Humble Servants

“You call me teacher and Lord, and you’re right because that’s what I am. So if I, your Lord and teacher, have washed your feet, you must wash each other’s feet. I’ve given you an example that you should follow.”

John 13:13‭-‬15 GW

“I can guarantee this truth: Whoever accepts me accepts the one who sent me.”

John 13:20 GW

“I’m giving you a new commandment: Love each other in the same way that I have loved you. Everyone will know that you are my disciples because of your love for each other.”

John 13:34‭-‬35 GW

The Lord keeps directing me to John 13. What is He trying to bring to my attention?

There’s a lot going on in that chapter. I encourage you to read it now.

You may also wish to Google the significance of Jesus washing the disciples’ feet.

There’s so much to it that I don’t want to simply repeat it here.

Here’s the takeaway that sticks with me: We are here to help sanctify each other.

Belief in Jesus is all that’s needed for salvation.

We can take comfort in that.

Put on your helmet.

Guard your mind with the knowledge that Christ has saved you.

Don’t listen to the lies of the enemy that would make you question your salvation.

Do you believe?

Do you accept that Jesus is the Messiah?

Then you are accepted by the Father.

That’s a beautiful thing.

His grace is sufficient.

But we are not perfected in that moment.

It’s a lifelong process.

We call it sanctification.

The process of being made holy and perfect.

And by perfect, we mean mature.

Fully grown into the character and mind of Christ.

Why wash the feet?

Because that’s where the stains of this world are evident.

The feet come in contact with the earth.

It represents the contamination of sin.

We live in a sinful world.

We’re set apart from it, but we dwell and work in it.

It’s a fact of life that we’re going to sin.

We’re going to make mistakes.

We’re going to take our eyes off of Jesus and be distracted by what our flesh desires.

Sinning sucks.

We should never get comfortable with it.

Jesus shows us our sin.

Not to judge us.

But to cleanse us.

That’s the example we should be following.

We need to first of all be aware.

If there is no one there serving, we need to serve.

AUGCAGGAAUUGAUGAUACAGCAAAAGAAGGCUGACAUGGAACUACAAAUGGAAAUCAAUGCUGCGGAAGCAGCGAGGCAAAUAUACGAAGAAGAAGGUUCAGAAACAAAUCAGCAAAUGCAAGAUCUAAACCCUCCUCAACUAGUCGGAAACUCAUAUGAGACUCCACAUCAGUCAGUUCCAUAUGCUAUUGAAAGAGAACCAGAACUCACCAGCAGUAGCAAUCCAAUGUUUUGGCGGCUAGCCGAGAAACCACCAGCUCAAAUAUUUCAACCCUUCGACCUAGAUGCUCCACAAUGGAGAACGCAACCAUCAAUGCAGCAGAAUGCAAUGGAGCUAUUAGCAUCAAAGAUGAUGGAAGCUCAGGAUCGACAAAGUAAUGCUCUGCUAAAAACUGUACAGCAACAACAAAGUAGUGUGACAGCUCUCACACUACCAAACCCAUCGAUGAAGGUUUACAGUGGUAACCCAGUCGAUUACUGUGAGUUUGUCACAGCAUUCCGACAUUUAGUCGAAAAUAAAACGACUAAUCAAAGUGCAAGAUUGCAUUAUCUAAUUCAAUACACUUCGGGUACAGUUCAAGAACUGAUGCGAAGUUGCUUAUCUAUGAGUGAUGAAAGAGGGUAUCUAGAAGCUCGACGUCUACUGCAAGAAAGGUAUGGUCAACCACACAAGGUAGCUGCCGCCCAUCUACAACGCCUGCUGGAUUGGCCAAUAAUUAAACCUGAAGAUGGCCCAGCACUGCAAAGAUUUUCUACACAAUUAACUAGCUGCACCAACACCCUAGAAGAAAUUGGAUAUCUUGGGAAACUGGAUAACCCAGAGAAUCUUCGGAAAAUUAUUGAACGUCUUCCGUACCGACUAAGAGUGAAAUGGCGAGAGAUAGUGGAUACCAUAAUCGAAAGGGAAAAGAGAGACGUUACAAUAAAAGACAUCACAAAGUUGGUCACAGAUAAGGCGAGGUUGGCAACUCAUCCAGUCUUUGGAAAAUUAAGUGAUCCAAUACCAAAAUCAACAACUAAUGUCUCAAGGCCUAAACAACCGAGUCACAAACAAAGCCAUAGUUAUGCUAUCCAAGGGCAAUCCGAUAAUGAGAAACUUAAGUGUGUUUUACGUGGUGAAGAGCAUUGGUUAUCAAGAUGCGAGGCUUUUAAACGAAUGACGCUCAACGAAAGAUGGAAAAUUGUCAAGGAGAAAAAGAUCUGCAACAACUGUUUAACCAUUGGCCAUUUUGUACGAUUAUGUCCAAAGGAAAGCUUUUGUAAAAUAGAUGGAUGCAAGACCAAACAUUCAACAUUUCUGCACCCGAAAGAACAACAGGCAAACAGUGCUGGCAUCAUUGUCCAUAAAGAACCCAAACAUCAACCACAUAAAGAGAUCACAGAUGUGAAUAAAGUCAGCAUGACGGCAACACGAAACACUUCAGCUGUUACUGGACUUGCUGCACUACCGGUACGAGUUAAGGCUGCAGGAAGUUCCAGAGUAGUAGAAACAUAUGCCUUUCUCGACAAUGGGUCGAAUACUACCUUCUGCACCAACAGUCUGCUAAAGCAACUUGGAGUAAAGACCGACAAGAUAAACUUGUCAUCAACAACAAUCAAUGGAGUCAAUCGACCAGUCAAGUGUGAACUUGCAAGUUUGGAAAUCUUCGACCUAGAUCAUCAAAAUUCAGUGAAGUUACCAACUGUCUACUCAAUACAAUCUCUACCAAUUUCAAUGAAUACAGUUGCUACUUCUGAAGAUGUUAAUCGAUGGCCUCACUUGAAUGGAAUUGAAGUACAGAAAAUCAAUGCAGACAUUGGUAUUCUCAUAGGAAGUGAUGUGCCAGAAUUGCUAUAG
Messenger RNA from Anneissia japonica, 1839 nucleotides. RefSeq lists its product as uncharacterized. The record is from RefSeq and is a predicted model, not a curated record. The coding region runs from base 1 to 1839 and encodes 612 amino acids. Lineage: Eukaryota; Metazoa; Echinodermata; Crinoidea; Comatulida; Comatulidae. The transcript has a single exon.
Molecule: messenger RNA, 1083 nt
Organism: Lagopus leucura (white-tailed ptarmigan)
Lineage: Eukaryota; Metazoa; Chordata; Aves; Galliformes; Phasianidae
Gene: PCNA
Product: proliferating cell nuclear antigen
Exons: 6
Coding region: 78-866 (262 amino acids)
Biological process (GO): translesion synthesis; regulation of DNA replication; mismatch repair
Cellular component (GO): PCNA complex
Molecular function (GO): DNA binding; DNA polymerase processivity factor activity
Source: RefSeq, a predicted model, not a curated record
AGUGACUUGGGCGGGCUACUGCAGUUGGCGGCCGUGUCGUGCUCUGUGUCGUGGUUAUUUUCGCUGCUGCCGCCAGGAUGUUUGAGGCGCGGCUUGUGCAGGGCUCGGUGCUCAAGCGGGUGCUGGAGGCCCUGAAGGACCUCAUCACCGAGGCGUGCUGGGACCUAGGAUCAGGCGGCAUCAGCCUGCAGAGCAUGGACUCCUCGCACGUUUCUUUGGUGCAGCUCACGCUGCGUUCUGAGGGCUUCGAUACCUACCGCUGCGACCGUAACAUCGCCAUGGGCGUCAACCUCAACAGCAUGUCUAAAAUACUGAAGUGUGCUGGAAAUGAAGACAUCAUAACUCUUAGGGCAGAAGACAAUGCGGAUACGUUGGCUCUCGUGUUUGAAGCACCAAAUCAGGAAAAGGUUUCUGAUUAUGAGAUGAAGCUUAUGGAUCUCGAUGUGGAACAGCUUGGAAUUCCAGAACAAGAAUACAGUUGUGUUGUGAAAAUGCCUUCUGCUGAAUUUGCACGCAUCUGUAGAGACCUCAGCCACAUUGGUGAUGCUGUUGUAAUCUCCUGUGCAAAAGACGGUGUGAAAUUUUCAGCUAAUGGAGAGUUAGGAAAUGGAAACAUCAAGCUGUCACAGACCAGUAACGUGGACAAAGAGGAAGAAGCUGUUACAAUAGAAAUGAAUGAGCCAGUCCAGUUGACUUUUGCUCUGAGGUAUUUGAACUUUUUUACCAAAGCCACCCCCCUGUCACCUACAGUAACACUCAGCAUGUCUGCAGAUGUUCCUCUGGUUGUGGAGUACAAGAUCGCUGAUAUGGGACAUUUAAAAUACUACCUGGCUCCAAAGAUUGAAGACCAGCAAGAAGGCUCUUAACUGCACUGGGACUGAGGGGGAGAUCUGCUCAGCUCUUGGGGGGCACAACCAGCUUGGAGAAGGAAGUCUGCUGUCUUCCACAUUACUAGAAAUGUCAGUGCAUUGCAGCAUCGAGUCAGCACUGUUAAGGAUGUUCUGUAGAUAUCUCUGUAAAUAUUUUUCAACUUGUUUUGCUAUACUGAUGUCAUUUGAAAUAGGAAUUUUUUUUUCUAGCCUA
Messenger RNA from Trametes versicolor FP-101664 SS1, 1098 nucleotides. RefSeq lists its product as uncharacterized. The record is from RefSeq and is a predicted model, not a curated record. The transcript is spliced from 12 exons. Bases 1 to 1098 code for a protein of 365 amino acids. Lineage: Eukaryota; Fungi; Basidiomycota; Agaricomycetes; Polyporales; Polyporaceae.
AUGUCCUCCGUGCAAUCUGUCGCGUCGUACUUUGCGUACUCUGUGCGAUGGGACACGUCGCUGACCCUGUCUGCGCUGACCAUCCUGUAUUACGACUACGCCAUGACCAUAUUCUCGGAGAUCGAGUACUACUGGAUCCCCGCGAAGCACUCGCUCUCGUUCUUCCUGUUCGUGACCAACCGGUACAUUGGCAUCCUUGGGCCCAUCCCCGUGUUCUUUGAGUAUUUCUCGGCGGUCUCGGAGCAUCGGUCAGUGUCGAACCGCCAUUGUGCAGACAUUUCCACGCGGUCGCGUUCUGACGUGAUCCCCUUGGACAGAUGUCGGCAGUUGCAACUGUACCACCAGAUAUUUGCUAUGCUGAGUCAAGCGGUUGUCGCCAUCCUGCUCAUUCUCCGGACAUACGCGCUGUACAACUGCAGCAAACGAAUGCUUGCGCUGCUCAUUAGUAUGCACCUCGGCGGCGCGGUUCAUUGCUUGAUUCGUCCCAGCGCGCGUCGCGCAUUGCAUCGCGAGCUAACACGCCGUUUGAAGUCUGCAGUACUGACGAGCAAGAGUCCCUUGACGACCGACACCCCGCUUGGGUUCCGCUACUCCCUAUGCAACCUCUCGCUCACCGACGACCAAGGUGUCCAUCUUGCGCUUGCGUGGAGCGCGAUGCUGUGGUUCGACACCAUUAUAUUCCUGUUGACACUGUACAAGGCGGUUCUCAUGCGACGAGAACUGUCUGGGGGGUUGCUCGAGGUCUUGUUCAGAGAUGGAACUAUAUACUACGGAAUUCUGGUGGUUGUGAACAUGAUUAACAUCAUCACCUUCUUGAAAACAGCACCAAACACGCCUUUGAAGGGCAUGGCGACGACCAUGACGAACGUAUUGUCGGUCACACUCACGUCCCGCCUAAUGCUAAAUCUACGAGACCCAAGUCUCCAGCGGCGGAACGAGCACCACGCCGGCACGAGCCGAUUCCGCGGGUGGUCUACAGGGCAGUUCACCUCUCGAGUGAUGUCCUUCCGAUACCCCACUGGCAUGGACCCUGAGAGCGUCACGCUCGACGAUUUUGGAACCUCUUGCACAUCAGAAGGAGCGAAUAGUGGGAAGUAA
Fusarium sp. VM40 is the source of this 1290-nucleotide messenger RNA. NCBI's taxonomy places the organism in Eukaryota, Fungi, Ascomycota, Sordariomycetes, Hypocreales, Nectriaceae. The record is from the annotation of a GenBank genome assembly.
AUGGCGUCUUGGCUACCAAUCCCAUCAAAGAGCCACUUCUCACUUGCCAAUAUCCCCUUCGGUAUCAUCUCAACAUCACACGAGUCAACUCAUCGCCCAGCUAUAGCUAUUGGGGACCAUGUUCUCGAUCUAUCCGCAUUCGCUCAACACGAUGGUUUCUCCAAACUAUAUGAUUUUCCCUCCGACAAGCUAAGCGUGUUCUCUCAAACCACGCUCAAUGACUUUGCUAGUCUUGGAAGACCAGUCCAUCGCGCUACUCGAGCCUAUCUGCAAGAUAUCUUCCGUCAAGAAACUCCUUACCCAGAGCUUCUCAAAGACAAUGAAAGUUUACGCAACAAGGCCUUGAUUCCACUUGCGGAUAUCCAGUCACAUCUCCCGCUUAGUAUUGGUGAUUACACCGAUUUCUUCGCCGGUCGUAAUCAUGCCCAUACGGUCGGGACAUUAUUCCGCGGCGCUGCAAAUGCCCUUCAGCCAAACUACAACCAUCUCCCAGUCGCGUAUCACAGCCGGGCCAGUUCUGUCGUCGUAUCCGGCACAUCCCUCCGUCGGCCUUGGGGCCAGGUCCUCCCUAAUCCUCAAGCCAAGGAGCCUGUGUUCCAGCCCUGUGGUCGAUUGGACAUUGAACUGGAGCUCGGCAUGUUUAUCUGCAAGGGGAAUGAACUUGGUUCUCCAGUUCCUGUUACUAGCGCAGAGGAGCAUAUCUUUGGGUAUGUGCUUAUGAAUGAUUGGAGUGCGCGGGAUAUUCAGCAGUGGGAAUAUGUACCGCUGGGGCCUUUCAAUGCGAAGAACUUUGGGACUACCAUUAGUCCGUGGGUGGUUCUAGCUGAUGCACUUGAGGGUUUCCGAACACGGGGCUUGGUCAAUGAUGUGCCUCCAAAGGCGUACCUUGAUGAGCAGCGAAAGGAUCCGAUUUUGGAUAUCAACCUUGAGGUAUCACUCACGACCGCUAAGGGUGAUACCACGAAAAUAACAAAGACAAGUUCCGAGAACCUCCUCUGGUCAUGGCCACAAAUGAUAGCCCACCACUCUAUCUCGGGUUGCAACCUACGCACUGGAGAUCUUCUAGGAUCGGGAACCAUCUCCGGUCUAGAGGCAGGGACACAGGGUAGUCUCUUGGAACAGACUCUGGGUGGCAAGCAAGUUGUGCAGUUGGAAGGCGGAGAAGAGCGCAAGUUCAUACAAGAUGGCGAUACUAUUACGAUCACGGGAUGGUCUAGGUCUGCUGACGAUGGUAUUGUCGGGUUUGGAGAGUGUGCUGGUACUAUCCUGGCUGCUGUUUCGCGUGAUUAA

It doesn’t matter who we are or what the task is.

We’re humble servants.

We’re our brother’s (and sister’s) keeper.

We are members of the same Body.

Who is my neighbor?

The person in front of me.

Or next to me.

It’s everybody I come into contact with.

Who is in my proximity?

That is my neighbor.

I need to love them like Christ loves them.

We’re here to build each other up in love.

The Church is the antidote to the toxicity of this world.

Everyday we shine brighter and the world grows colder.

They’ll come running someday.

But until then, we need to go out into the world.

Cast a wide net.

Let everyone know the Good News.

Some will eagerly accept it.

Others won’t.

That’s on them.

We have the obligation to share.

If you’re born again, you’re in.

Everything else is gravy.

Wouldn’t you want someone to share an encouraging word with you?

I know I do.

You need battle buddies.

Fellow disciples who will walk with you in this journey.

People who can strengthen you when you are weak.

People you can confess your sins to.

So that they can pray for you and you can be healed and restored.

That’s how it works, ladies and gentlemen.

It’s called the priesthood of all believers.

Our leaders are supposed to lead by example.

But our job is the work of ministry.

We’re all ministers of God.

Remember who He created you to be.

Not a slave to sin.

An overcomer.

A suffering servant.

A child of God.

He who has an ear to hear, let him hear what the Spirit is saying to the Church.

God bless you, each and everyone.

And may His will be done in your life.

Amen.

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